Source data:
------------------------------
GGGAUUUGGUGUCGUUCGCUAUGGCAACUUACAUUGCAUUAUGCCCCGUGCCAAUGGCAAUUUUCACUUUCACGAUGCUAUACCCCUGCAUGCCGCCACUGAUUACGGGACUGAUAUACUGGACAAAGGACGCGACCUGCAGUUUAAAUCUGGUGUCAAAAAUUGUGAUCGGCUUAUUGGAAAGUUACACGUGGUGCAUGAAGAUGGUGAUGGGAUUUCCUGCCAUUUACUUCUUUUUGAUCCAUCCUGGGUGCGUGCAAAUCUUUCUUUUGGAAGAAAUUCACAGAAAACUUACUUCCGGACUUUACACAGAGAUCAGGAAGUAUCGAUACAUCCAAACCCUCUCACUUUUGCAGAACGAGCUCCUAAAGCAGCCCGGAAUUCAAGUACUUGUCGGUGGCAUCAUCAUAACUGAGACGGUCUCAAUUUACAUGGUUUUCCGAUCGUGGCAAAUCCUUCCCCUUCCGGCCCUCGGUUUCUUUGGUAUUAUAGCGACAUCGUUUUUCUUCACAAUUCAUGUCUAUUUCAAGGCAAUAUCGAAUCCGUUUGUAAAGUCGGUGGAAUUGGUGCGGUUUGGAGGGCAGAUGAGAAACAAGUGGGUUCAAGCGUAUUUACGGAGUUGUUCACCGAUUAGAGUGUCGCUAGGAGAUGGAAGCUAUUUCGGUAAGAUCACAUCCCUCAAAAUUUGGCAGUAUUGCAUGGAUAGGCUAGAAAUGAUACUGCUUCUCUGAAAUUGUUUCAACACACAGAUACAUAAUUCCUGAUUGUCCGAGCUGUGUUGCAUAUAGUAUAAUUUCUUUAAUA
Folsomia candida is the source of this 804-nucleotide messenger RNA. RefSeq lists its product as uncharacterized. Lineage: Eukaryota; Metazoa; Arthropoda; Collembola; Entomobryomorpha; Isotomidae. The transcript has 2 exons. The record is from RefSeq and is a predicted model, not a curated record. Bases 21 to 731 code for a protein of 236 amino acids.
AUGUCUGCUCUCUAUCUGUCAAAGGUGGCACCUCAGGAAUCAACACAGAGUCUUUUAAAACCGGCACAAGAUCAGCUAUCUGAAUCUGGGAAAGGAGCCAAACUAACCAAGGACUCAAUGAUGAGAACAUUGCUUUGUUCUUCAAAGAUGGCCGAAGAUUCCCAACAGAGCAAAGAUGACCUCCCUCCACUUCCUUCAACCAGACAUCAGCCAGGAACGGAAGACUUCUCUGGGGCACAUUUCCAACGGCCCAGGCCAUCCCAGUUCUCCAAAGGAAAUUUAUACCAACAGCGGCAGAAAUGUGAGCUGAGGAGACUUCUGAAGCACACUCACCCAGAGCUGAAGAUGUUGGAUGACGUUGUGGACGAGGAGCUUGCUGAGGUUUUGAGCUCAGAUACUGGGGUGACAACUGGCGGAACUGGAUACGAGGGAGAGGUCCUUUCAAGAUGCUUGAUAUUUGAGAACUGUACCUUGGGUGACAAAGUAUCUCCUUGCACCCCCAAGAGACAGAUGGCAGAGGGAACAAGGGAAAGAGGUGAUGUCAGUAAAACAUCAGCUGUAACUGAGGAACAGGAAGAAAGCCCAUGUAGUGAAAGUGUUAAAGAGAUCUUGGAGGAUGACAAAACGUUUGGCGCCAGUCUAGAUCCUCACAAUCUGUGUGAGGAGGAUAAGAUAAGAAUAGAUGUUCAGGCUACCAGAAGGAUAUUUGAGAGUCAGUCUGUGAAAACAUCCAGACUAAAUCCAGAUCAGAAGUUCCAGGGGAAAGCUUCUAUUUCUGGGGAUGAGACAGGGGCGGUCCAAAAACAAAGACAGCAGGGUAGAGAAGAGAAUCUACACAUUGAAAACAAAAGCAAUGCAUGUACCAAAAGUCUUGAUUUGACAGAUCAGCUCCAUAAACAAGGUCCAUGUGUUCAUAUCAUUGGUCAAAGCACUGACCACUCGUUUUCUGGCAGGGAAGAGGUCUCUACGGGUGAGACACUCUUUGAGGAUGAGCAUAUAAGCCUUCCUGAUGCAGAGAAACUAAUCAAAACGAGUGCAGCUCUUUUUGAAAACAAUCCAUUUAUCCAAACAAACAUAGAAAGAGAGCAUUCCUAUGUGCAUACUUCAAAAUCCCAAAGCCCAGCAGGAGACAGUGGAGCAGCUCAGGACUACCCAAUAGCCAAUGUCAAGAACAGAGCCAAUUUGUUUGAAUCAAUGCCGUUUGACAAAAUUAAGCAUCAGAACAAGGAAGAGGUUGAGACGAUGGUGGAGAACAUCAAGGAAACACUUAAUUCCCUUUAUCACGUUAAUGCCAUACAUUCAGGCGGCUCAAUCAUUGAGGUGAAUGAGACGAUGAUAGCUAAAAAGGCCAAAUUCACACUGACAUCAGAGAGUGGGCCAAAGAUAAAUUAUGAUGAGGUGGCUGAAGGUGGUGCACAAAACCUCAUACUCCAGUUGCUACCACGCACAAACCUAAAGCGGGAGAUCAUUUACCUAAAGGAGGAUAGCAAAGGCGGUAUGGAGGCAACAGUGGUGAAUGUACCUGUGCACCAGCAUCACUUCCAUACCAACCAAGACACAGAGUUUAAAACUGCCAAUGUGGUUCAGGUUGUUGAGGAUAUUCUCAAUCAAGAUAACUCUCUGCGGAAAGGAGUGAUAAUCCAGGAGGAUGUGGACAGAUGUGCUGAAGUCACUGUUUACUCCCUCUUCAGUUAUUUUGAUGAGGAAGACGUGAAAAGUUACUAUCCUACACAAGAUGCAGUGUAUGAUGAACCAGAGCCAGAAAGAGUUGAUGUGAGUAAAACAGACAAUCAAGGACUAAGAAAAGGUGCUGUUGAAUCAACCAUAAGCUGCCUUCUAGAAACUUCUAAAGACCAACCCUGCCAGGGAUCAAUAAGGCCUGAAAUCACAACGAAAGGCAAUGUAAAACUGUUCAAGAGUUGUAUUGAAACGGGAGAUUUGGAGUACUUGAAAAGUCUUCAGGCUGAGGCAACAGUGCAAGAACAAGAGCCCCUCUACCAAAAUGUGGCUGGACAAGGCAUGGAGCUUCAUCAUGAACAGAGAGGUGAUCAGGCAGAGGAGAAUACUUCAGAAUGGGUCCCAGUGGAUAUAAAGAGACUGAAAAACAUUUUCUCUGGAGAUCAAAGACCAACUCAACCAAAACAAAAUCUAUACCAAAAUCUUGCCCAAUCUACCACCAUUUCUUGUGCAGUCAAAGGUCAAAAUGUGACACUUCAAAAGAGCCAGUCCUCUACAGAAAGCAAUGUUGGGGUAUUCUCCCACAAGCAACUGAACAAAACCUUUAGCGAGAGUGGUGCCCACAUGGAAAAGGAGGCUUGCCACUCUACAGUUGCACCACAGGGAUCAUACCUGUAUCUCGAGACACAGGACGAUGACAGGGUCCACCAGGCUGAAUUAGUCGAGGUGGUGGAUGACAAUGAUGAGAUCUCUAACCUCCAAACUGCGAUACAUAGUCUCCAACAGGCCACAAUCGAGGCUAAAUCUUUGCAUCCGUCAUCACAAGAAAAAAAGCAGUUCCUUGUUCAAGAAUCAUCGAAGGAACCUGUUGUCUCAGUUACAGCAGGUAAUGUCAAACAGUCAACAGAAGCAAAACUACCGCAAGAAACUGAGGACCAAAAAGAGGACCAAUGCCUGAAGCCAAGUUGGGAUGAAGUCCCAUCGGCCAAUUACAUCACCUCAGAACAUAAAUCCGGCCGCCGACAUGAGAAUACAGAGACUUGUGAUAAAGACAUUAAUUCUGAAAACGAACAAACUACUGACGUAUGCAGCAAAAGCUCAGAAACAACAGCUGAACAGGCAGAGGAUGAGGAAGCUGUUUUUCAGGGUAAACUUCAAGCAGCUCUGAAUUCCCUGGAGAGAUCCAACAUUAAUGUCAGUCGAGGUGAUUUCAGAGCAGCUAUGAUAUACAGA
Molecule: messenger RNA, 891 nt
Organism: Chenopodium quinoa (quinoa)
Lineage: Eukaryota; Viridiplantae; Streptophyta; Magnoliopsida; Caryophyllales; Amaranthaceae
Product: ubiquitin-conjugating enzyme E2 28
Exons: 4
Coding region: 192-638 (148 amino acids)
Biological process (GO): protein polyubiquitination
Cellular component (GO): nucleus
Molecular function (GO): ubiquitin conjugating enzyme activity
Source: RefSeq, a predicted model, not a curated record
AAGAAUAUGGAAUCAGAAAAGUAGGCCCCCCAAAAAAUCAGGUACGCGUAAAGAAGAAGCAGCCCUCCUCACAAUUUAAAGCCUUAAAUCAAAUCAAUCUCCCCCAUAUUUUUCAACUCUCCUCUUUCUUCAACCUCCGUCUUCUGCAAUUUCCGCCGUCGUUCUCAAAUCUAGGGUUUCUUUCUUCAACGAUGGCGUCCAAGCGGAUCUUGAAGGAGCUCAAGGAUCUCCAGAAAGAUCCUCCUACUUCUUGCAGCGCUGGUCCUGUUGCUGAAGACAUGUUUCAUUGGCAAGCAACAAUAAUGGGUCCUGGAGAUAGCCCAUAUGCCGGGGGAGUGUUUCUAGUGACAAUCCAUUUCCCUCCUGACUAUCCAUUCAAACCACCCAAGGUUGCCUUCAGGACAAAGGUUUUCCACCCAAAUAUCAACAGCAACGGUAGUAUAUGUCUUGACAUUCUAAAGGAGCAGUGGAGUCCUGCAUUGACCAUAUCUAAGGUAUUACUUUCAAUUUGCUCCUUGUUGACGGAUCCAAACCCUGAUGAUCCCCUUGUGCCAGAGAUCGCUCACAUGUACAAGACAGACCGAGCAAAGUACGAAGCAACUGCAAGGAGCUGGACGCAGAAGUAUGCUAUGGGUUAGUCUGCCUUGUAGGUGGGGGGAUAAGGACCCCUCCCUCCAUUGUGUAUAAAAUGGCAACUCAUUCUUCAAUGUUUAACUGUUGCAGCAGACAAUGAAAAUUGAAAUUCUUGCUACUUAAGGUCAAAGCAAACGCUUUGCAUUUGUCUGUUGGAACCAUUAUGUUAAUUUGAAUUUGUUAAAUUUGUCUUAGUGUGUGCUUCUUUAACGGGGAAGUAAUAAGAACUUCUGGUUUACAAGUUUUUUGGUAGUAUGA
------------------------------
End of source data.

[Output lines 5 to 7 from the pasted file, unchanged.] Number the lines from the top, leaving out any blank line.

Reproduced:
Organism: Chenopodium quinoa (quinoa)
Lineage: Eukaryota; Viridiplantae; Streptophyta; Magnoliopsida; Caryophyllales; Amaranthaceae
Product: ubiquitin-conjugating enzyme E2 28